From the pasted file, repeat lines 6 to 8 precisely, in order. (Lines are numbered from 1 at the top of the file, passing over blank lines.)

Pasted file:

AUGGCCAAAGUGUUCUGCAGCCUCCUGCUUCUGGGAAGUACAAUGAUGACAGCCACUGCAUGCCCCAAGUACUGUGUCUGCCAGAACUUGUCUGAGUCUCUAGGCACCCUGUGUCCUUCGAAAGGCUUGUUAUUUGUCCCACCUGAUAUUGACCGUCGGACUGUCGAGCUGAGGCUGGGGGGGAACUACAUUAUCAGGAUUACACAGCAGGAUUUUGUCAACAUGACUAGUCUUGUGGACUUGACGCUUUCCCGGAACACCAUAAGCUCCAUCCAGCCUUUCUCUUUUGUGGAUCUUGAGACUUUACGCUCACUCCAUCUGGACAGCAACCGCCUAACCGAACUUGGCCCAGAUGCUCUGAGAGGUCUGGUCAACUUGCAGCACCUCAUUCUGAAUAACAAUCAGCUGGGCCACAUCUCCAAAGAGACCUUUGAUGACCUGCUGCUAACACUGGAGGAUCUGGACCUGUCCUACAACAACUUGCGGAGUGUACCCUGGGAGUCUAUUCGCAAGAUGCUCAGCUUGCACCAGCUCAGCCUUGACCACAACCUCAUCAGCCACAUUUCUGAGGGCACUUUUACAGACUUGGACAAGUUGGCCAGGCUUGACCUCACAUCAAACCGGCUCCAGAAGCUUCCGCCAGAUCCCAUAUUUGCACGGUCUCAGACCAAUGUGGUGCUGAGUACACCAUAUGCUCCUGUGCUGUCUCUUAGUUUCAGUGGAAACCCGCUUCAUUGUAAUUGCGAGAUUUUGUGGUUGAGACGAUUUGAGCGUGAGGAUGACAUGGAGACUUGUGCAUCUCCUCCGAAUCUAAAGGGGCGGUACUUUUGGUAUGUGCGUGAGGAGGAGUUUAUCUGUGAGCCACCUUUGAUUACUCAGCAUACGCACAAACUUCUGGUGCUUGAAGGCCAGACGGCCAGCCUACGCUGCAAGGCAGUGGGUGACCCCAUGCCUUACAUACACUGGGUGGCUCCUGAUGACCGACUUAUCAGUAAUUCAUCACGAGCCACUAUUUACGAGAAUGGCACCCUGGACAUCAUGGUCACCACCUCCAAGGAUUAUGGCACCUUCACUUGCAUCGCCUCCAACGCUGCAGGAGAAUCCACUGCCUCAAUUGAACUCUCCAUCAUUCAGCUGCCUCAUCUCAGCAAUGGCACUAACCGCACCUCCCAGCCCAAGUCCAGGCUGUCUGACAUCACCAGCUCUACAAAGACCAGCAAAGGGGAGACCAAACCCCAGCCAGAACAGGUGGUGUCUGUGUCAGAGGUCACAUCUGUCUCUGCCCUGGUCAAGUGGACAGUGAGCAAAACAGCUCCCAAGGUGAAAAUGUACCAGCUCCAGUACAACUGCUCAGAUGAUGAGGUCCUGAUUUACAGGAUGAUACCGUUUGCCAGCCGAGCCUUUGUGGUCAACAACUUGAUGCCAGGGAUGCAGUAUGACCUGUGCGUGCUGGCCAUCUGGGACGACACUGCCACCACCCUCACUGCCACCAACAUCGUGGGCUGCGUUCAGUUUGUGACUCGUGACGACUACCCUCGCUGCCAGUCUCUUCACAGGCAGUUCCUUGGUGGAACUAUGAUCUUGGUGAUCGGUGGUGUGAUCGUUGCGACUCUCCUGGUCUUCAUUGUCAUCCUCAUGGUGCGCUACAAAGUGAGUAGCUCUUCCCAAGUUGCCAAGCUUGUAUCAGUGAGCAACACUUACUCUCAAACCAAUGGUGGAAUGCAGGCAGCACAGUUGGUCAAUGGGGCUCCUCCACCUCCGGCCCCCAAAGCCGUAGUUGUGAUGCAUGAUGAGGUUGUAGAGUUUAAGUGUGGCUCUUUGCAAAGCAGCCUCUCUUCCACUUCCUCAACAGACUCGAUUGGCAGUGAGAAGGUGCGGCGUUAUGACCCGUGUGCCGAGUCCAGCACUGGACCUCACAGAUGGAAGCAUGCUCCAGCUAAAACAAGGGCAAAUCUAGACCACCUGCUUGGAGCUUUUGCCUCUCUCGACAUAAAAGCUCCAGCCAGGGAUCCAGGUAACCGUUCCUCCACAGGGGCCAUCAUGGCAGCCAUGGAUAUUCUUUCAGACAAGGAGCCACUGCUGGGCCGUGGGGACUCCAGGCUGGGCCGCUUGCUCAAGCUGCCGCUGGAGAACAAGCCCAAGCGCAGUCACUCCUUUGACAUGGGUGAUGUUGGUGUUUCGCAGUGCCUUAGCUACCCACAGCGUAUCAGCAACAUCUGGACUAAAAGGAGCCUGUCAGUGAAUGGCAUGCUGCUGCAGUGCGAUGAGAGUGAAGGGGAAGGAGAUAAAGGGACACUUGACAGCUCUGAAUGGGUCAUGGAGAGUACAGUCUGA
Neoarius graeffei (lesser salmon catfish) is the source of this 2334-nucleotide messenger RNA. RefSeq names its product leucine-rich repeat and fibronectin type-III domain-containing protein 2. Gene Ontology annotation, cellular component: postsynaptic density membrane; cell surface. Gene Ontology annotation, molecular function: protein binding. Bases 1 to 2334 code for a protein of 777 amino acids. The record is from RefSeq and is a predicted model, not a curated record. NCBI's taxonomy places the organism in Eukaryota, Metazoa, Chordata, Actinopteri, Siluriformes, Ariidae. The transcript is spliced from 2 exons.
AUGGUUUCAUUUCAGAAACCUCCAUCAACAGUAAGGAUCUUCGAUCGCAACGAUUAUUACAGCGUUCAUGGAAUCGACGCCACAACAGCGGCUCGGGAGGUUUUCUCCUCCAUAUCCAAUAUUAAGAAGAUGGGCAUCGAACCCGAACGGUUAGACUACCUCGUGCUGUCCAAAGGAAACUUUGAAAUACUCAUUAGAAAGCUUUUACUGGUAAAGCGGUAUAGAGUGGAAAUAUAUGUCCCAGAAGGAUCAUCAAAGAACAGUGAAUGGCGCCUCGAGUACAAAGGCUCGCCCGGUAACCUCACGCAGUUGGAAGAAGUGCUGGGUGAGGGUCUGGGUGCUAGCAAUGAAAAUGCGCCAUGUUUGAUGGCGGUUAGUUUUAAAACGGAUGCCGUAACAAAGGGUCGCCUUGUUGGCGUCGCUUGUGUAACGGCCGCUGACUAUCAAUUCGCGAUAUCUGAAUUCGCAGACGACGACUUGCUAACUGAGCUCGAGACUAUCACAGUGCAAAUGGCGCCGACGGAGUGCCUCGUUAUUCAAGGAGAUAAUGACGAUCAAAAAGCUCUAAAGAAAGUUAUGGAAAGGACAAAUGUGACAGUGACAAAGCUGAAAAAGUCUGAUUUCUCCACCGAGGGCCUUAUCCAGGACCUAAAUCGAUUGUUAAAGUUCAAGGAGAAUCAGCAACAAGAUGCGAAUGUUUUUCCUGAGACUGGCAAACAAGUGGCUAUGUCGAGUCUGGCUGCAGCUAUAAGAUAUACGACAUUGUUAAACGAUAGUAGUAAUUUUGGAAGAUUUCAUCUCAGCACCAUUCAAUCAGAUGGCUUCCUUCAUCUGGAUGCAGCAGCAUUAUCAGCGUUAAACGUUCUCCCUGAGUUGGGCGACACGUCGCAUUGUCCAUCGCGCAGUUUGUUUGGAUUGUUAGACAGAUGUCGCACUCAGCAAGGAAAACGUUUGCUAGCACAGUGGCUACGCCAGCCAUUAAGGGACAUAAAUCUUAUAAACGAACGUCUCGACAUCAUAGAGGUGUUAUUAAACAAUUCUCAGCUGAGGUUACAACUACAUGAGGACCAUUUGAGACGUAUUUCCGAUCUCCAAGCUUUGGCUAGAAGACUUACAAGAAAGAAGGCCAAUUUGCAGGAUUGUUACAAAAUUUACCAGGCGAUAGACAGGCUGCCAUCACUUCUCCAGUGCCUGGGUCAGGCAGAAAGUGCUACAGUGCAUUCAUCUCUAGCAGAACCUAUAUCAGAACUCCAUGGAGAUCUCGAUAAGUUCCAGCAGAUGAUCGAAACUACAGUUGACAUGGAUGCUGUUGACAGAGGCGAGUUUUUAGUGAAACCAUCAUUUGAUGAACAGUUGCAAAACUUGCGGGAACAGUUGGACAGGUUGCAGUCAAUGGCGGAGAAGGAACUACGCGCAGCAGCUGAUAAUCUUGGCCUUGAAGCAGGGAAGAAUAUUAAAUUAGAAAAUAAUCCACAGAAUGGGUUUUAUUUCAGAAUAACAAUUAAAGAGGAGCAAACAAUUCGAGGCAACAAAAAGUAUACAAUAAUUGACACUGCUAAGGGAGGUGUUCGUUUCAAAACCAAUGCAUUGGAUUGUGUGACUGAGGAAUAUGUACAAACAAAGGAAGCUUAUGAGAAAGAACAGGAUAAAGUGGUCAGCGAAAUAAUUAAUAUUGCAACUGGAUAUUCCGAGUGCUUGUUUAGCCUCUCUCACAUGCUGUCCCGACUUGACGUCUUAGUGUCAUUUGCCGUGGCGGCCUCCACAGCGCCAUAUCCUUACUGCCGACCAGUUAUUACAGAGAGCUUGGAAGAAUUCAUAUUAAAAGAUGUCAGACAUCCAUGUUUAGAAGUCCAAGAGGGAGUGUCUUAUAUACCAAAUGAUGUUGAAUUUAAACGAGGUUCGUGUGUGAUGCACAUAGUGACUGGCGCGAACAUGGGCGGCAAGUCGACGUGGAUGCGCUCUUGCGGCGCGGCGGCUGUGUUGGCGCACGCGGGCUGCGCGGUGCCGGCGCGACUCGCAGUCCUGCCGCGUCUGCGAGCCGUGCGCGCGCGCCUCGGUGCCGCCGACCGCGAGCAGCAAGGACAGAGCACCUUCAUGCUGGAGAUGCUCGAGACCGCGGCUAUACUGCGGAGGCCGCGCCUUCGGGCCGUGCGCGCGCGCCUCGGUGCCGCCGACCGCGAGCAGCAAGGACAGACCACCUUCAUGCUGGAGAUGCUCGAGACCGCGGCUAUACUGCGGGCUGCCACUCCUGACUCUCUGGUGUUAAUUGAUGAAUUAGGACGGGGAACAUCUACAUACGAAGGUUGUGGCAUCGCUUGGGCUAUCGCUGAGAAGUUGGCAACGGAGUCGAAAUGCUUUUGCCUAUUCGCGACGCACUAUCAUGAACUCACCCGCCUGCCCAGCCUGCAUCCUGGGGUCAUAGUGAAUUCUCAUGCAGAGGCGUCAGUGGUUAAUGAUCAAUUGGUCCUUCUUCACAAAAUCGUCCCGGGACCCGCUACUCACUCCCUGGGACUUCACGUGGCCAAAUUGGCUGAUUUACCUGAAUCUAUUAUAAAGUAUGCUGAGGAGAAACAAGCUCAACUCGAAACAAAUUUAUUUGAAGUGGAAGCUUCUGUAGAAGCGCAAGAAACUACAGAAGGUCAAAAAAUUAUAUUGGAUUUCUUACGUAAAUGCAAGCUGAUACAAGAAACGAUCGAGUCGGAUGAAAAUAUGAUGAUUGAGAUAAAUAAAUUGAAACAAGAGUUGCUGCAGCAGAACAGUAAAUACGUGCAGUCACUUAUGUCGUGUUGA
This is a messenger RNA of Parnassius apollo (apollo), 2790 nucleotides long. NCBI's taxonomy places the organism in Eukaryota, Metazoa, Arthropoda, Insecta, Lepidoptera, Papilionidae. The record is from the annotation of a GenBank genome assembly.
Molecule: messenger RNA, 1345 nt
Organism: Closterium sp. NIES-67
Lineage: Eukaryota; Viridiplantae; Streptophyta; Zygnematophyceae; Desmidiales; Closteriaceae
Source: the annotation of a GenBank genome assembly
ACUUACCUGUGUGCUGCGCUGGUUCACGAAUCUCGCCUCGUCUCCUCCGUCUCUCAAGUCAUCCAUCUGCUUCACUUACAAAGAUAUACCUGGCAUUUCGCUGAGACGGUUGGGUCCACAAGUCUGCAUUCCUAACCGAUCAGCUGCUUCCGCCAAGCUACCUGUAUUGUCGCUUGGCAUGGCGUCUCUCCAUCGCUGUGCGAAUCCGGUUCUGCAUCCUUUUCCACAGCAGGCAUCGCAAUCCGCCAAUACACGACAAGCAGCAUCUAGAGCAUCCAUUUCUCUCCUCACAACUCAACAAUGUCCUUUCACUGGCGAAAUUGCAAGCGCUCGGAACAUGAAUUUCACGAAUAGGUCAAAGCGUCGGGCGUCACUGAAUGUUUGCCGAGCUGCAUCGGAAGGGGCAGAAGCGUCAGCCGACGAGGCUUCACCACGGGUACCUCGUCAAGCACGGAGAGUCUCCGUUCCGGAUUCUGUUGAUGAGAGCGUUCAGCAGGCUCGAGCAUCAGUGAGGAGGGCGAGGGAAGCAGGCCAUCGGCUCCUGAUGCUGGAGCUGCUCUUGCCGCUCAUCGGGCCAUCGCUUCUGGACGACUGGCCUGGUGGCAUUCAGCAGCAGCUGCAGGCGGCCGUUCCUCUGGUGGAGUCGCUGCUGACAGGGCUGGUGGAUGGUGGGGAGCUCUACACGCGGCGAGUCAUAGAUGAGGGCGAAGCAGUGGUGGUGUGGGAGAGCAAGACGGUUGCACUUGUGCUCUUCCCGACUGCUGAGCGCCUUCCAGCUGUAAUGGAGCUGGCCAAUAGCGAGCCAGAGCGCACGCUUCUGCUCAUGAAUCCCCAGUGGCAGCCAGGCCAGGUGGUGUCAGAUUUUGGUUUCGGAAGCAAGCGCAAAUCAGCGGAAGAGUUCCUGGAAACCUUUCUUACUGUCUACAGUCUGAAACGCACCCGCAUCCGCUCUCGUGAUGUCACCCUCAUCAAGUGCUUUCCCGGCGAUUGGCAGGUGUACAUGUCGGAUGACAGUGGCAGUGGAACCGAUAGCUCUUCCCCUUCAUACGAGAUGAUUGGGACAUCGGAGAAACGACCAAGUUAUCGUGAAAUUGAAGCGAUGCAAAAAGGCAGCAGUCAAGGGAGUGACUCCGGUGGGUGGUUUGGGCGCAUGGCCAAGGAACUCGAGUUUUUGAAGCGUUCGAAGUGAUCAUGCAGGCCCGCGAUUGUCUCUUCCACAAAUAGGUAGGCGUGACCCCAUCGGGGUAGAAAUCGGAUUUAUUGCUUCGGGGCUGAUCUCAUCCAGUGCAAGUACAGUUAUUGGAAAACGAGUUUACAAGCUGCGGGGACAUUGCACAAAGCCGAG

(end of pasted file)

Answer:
Organism: Closterium sp. NIES-67
Lineage: Eukaryota; Viridiplantae; Streptophyta; Zygnematophyceae; Desmidiales; Closteriaceae
Source: the annotation of a GenBank genome assembly